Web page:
Are we really ready for sales and service tax?

  • Business
  • Wednesday, 08 Sep 2004


IN the 1989 Budget, the Government indicated its intention to introduce a Sales and Service Tax or SST. Elaborate preparations were made by the Customs Department to prepare the way for this new tax. Manpower was beefed up, extensive studies were carried out and a number of Customs personnel were trained in this field.  

The stage for the SST seemed set and the authorities were optimistic when suddenly the whole project was shelved due to unforeseen circumstances.  

However, the SST fever did not subside. In fact, since then, a number of economists and tax consultants have continued to be keen proponents of the value-added tax (VAT)-type of consumption tax for Malaysia. It is about time, they say, that Malaysia comes up with something similar to Singapore’s Goods and Services Tax (GST). 

Many tax consultants would say that the time is ripe for changes to be implemented in the local taxation system.  

The time may be ripe, but are we ready? It is easy to say there is a need to bring about changes, but one has to bear in mind that there are many factors to be considered before implementing a new type of consumption tax. 

The existing sales tax and service tax were introduced in 1972 and 1975 respectively. Ever since these taxes were introduced, they have not really been well received by the business community.  

Sales tax is levied on imported and locally manufactured goods. Many manufacturers in Malaysia are either not aware or have not bothered to find out if they are affected – usually until sales tax officers begin knocking on their doors.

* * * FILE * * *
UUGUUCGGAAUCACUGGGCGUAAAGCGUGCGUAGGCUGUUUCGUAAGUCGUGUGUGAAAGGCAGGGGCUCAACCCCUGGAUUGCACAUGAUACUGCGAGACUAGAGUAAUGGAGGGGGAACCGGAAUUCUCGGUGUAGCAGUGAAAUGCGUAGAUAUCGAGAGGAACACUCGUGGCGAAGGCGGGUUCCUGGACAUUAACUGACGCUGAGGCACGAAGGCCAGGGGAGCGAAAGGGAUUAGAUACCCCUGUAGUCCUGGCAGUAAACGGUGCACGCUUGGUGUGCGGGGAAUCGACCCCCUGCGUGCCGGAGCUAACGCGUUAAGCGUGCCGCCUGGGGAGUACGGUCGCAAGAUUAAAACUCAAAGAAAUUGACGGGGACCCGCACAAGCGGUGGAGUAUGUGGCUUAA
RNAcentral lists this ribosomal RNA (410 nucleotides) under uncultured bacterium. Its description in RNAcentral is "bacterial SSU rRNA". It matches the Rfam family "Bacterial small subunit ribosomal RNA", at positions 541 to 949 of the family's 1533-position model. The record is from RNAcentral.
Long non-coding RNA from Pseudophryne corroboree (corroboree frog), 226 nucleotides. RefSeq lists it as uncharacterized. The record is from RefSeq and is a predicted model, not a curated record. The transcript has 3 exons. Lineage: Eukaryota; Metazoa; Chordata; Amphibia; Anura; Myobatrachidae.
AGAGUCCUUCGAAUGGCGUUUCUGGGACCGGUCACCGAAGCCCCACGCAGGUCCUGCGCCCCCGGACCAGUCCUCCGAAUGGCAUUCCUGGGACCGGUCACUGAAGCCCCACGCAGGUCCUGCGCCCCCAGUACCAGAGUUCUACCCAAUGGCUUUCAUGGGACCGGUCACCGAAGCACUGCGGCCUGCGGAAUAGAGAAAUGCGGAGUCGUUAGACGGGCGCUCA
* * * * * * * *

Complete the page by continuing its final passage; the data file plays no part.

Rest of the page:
Many were hauled up for not applying for a sales tax licence, and most of them ended up paying all the back taxes plus hefty penalties. It was the same for service tax evaders. Since the Customs Department started stepping up enforcement three years ago, many businesses were booked for non-compliance.  

But many still don’t bother applying for a licence, preferring to play “hide and seek” with the Customs Department. Although some 30 years have passed, the Customs Department is still trying to educate the public on the importance of complying with the Sales Tax Act 1972 and Service Tax Act 1975.  

The main reason for this is because some Malaysian businessmen feel that a sales tax of between 5% and 25% and a service tax of 5%, which are levied on the invoice value are quite high and eat deeply into their profit margin, because in many instances they have to absorb the taxes in order to compete for business. 

Coming up with a new taxation system involves not only changing the mindset of the populace to becoming more responsible taxpayers but also preparing the administrative machinery to efficiently enforce the laws.  

Customs is the most likely department to be given the task of implementing the Sales and Service Tax if it is passed by Parliament as it is the only government department with the experience. But again, before passing any law, the department's staff have to be trained and prepared to enforce the act. This entails a tremendous amount of preparation, not only in mobilising existing personnel but also in recruiting and selecting additional staff, training and educating them, and placing them in the appropriate chain of command. And because this is going to be a relatively new type of tax, teething problems are bound to occur in the early stages. 

At a time when Malaysia is busy implementing the changes required by the Asean Free Trade Area and principles of the World Trade Organisation, it would be pertinent to question whether we should consider implementing a new taxation system, or wait until we have ironed out the wrinkles in our rapidly changing economy. 

·Thomas Selva Doss is a Senior Customs Consultant at BDO Binder Tax Services Sdn Bhd 


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